Rare are those public servants singled out for praise through awards of excellence or merit. Rarer still is the individual recognized through an award named in his or her honour. Pierre Juneau, whose name and work inspired the title of Canada’s music industry Junos, was a public servant of such distinction.

Among the obituaries in memory of Juneau, at his passing in February at the age of 92, were notable ones in American publications, such as the New York Times and Variety, the showbiz must-read source. Surprisingly, there was no tone of rancour or animosity in these articles: Juneau’s impacts were observed as a statement of fact, linked to respect for a Canadian music industry that now contributes to the global exchange of song and performance.

In Canada, the assessment of the Juneau legacy was also overwhelmingly positive. Both Englishand French-language media stressed his accomplishments and his national pride. It was one of those occasions when similar assessments and prominence were shared by both sets of media across the linguistic divides of the country.

Juneau’s powerful contributions to public policy and cultural administration from the 1960s to 1980s are still widely admired. What exactly did he do? What factors contributed to his exceptional record of success? How did he reflect the mood of his times and are there political conditions today in which a new Pierre Juneau could have a comparable impact on Canadian decision-making?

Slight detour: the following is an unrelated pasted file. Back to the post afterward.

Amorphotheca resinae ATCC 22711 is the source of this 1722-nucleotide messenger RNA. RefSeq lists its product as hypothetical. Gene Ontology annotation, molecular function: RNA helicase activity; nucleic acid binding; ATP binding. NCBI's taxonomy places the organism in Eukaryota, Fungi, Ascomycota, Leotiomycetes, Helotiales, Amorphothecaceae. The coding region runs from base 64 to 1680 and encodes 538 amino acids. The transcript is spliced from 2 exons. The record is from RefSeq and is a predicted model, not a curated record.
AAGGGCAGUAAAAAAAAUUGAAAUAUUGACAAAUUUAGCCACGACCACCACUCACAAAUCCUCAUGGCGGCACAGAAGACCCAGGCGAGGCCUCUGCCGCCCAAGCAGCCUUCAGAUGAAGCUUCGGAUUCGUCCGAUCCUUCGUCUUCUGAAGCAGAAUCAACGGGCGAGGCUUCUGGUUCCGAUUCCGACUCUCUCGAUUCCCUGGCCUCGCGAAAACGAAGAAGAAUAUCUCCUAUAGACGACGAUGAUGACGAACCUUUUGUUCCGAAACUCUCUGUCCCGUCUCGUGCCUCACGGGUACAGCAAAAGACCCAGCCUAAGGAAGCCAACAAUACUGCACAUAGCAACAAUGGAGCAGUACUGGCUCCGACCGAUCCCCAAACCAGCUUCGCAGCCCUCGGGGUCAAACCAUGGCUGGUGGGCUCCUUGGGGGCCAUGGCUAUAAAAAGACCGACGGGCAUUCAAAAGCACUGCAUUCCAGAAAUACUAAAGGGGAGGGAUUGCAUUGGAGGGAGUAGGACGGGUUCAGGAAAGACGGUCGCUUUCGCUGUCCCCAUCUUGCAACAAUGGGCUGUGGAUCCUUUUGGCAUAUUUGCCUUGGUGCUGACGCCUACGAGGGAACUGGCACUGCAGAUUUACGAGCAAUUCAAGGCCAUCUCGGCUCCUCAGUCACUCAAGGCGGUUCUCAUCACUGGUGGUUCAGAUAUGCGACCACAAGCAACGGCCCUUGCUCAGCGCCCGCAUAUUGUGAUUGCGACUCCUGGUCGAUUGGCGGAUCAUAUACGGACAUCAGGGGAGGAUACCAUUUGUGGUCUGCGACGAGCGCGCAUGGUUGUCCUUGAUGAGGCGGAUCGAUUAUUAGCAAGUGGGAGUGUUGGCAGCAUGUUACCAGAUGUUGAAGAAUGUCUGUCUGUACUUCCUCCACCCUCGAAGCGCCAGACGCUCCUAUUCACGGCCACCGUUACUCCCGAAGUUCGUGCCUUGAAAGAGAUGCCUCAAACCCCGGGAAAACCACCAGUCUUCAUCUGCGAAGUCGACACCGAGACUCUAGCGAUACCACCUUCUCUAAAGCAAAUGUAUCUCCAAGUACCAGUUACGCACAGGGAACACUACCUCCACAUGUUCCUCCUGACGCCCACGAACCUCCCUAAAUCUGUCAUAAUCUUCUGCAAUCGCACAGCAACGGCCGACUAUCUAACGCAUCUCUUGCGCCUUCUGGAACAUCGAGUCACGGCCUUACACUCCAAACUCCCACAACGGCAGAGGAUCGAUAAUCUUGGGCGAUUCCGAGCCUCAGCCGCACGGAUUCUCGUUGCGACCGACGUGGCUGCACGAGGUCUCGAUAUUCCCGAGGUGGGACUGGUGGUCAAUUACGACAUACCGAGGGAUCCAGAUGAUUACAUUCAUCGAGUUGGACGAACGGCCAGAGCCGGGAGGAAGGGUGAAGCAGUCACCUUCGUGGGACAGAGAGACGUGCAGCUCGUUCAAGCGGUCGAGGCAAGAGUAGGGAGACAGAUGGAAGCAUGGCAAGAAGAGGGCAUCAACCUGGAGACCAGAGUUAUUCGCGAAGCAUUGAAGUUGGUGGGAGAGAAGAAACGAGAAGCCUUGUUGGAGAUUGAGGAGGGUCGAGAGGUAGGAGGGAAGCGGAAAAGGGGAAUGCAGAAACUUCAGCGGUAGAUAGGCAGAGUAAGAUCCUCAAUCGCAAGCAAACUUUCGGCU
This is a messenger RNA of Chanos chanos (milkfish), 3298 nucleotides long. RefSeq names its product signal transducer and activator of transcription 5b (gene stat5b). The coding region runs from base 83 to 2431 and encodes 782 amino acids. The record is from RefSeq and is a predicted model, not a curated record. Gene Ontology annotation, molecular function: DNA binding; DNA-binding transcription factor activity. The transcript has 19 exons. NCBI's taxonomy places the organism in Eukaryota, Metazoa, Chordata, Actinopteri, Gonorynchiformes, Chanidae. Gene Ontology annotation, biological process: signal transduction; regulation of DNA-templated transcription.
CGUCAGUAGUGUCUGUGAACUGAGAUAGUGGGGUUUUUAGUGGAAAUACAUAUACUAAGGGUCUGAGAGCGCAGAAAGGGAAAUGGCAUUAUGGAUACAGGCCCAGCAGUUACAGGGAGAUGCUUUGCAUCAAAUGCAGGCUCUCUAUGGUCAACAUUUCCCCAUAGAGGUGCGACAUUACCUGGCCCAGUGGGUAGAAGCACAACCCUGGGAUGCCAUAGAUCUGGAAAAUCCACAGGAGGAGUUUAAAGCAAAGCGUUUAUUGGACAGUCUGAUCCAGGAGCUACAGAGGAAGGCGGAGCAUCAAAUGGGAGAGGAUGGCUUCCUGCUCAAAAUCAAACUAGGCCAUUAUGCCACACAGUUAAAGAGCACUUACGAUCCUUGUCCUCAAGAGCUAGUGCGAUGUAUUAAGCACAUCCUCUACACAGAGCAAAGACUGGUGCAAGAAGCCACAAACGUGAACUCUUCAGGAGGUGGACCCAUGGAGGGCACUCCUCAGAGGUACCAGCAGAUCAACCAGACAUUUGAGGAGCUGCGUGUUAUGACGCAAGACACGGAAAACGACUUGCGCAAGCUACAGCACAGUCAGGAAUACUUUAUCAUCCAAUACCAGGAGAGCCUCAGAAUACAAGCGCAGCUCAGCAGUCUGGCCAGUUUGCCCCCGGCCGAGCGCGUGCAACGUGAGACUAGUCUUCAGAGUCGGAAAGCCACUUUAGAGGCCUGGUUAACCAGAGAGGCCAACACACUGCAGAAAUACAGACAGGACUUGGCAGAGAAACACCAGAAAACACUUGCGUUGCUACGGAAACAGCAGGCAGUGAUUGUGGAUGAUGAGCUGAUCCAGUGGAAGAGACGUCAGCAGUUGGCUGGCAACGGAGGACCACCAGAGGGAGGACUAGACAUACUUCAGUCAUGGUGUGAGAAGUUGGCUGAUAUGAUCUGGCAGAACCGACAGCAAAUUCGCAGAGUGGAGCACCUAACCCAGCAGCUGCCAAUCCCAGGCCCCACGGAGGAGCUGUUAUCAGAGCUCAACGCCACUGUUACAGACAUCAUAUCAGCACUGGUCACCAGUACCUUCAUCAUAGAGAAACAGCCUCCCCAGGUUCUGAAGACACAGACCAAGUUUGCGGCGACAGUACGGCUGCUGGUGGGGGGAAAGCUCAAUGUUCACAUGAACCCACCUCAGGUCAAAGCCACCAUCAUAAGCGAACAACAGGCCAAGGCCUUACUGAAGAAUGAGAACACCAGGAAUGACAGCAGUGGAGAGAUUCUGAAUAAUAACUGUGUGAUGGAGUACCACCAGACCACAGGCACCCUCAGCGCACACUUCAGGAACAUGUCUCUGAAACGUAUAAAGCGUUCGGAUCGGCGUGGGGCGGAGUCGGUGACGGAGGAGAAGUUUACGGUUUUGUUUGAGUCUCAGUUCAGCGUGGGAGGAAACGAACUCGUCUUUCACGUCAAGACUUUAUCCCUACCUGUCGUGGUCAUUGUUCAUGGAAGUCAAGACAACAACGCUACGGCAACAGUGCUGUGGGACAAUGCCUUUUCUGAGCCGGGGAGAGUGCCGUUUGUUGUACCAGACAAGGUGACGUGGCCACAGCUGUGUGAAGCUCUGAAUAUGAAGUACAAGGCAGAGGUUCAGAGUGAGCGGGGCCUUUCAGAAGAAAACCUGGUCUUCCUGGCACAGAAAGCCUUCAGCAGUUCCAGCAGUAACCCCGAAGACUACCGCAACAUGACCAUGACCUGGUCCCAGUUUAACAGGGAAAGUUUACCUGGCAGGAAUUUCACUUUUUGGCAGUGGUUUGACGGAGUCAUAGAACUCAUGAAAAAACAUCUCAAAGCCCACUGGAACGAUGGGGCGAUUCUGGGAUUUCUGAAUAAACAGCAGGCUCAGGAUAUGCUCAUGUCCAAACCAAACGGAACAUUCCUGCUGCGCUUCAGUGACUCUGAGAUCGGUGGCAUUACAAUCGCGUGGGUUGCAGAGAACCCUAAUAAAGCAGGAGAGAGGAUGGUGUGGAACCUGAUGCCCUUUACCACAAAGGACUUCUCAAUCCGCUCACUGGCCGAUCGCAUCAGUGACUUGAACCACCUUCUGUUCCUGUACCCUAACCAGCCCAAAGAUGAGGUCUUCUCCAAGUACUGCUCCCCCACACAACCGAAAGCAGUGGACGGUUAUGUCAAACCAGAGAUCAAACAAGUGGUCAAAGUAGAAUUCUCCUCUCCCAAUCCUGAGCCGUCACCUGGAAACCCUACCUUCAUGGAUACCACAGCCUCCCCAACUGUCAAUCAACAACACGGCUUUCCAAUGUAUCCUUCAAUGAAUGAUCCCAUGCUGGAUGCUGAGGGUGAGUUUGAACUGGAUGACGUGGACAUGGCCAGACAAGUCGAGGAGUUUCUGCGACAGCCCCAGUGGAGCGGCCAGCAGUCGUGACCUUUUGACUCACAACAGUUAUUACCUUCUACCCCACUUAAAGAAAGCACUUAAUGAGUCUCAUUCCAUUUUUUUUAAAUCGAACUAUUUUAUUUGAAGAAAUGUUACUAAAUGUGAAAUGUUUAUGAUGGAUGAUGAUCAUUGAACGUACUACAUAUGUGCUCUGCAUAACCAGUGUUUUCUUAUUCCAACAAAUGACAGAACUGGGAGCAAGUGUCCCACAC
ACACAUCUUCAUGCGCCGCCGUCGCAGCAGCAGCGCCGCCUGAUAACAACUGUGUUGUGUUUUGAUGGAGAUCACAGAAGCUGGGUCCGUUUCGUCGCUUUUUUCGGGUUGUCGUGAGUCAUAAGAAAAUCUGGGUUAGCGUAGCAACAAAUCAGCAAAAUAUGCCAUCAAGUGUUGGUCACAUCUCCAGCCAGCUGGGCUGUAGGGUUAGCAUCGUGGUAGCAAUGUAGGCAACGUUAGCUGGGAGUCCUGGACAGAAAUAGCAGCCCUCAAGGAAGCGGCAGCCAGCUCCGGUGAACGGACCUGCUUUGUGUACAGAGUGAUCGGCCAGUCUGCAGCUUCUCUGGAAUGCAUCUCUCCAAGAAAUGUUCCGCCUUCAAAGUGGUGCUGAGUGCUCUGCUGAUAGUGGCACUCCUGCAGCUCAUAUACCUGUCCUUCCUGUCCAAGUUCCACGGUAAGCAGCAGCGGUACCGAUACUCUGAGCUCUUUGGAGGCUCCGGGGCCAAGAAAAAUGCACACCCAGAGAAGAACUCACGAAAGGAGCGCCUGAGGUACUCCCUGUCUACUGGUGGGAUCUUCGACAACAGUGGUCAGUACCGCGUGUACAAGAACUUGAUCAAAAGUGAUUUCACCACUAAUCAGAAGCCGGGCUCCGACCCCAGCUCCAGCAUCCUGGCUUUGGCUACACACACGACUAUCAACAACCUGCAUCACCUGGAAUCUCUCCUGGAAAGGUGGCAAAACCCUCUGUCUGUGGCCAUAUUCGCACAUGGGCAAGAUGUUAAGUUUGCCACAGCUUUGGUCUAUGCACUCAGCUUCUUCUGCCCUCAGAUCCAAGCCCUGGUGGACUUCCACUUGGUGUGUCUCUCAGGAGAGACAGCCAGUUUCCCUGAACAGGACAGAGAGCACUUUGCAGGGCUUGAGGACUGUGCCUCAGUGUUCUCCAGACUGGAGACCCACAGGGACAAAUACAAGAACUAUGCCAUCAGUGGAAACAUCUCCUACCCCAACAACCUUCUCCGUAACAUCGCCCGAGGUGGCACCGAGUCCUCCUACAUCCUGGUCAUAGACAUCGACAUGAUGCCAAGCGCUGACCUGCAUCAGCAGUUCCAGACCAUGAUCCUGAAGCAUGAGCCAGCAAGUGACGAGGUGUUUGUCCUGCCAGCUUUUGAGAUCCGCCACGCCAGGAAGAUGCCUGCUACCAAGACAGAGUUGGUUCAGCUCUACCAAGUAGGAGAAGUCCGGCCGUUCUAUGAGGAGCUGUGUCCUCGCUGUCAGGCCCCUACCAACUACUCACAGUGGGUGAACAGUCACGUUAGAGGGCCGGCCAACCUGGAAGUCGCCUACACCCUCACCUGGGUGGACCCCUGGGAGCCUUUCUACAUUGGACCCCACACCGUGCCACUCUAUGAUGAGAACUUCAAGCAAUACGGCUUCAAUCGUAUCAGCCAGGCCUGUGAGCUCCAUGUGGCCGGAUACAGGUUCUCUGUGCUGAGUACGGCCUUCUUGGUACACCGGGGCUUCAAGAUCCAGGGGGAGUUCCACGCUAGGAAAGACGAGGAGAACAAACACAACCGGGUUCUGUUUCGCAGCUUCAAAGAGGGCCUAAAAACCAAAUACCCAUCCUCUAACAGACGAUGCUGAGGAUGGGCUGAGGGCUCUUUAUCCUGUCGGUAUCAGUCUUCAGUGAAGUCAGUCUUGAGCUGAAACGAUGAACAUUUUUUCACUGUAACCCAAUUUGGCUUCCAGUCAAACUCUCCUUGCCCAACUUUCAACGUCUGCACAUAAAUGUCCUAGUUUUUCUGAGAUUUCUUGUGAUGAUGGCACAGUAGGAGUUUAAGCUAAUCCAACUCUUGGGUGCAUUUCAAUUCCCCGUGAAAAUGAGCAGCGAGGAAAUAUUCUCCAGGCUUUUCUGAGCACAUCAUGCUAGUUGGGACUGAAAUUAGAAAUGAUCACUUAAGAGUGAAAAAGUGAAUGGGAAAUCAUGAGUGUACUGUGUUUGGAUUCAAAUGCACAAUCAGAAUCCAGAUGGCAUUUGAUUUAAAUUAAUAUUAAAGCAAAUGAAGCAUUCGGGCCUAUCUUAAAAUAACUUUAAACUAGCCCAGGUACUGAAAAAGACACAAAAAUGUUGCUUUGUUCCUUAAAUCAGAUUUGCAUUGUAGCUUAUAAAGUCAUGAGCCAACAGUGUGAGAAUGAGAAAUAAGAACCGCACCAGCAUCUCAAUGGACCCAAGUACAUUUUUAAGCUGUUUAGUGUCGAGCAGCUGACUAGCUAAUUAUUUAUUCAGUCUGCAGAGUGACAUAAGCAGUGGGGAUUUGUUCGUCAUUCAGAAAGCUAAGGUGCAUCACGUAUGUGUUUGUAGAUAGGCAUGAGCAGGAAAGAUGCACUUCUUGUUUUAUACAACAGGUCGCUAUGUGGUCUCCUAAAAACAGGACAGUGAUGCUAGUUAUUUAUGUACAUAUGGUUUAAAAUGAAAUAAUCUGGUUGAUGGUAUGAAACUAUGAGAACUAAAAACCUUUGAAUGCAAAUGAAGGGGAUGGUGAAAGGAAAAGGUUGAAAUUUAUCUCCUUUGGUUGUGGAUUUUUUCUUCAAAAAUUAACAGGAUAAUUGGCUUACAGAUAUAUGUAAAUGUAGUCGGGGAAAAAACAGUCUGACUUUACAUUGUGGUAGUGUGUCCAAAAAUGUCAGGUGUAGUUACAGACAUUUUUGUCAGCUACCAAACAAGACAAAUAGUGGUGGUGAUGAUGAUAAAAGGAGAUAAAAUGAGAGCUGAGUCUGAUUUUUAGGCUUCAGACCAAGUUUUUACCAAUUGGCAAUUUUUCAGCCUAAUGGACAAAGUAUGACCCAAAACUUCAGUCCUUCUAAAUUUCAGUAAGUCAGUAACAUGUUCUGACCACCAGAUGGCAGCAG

His career spanned roughly 60 years of public life. He is most remembered for leading the Canadian Radio-Television and Telecommunications Commission (CRTC) decision requiring that licensed broadcasters carry specified amounts of Canadian content in music and other programming, including Canadian content in prime-time television. The hallmark ‘Cancon’ decision has coloured the country’s broadcasting structure ever since.

But from the perspective of his entire life, the CRTC’s Cancon rules came at the midpoint in Juneau’s career. There were many other important activities that informed his work and his impact on the country.

His service to the public, in the broadest sense, began with two years of volunteer activity with the Jeunesse Étudiants ChrĂ©tienne (JEC), following his college studies in Montreal. The JEC was a vibrant social and cultural Catholic movement that drew together young students during Quebec’s postwar years. Many eventually became leading Quebec nationalists in the Quiet Revolution or Canadian nationalists in the federal government. Pierre Juneau chose to become one of the pan-Canadian enthusiasts.